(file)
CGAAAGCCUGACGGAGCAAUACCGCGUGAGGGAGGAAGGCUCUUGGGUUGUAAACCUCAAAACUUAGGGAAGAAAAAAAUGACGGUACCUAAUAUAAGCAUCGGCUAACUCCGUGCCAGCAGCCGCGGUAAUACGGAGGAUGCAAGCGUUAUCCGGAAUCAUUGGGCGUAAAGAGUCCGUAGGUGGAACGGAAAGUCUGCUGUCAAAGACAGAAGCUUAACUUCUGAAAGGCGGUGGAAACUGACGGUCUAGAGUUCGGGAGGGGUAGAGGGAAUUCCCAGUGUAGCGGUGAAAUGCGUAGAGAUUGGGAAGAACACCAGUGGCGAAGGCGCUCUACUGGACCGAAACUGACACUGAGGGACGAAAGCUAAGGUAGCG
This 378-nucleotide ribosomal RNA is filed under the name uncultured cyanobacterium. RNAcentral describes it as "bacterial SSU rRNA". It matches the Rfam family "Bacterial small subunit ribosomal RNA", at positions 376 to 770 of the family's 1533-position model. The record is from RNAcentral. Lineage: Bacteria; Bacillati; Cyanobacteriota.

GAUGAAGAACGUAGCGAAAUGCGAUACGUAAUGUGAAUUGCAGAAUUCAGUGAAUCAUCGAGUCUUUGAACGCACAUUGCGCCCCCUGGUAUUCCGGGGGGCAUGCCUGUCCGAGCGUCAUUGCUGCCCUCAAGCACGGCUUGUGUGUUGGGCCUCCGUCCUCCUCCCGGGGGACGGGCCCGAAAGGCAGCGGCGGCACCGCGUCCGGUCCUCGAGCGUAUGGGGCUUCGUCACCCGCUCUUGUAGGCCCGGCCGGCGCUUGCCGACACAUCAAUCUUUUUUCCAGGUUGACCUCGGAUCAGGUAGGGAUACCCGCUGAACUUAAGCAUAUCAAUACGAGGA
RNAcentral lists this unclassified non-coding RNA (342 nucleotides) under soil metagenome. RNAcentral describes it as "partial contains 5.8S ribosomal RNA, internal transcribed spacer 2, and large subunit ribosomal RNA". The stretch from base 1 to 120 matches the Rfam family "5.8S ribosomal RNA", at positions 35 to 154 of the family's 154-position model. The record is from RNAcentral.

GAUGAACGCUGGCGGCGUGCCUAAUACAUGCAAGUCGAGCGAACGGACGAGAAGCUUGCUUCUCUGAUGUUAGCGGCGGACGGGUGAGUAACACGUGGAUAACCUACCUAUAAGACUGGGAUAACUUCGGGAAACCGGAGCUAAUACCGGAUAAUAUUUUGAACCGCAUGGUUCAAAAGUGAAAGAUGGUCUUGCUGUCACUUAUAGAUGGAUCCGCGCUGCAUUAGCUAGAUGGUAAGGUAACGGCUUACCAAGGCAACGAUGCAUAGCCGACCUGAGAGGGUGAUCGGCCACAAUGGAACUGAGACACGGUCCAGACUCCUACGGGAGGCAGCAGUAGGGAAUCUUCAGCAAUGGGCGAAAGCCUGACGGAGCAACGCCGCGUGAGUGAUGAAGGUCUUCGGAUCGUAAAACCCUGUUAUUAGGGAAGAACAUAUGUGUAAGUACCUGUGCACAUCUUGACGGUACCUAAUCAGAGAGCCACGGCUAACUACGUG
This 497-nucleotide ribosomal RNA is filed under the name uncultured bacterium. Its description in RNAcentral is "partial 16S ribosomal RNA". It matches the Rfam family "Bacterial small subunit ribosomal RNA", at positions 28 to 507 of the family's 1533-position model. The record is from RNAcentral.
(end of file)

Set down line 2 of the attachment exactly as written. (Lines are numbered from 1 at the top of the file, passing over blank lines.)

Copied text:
This 378-nucleotide ribosomal RNA is filed under the name uncultured cyanobacterium. RNAcentral describes it as "bacterial SSU rRNA". It matches the Rfam family "Bacterial small subunit ribosomal RNA", at positions 376 to 770 of the family's 1533-position model. The record is from RNAcentral. Lineage: Bacteria; Bacillati; Cyanobacteriota.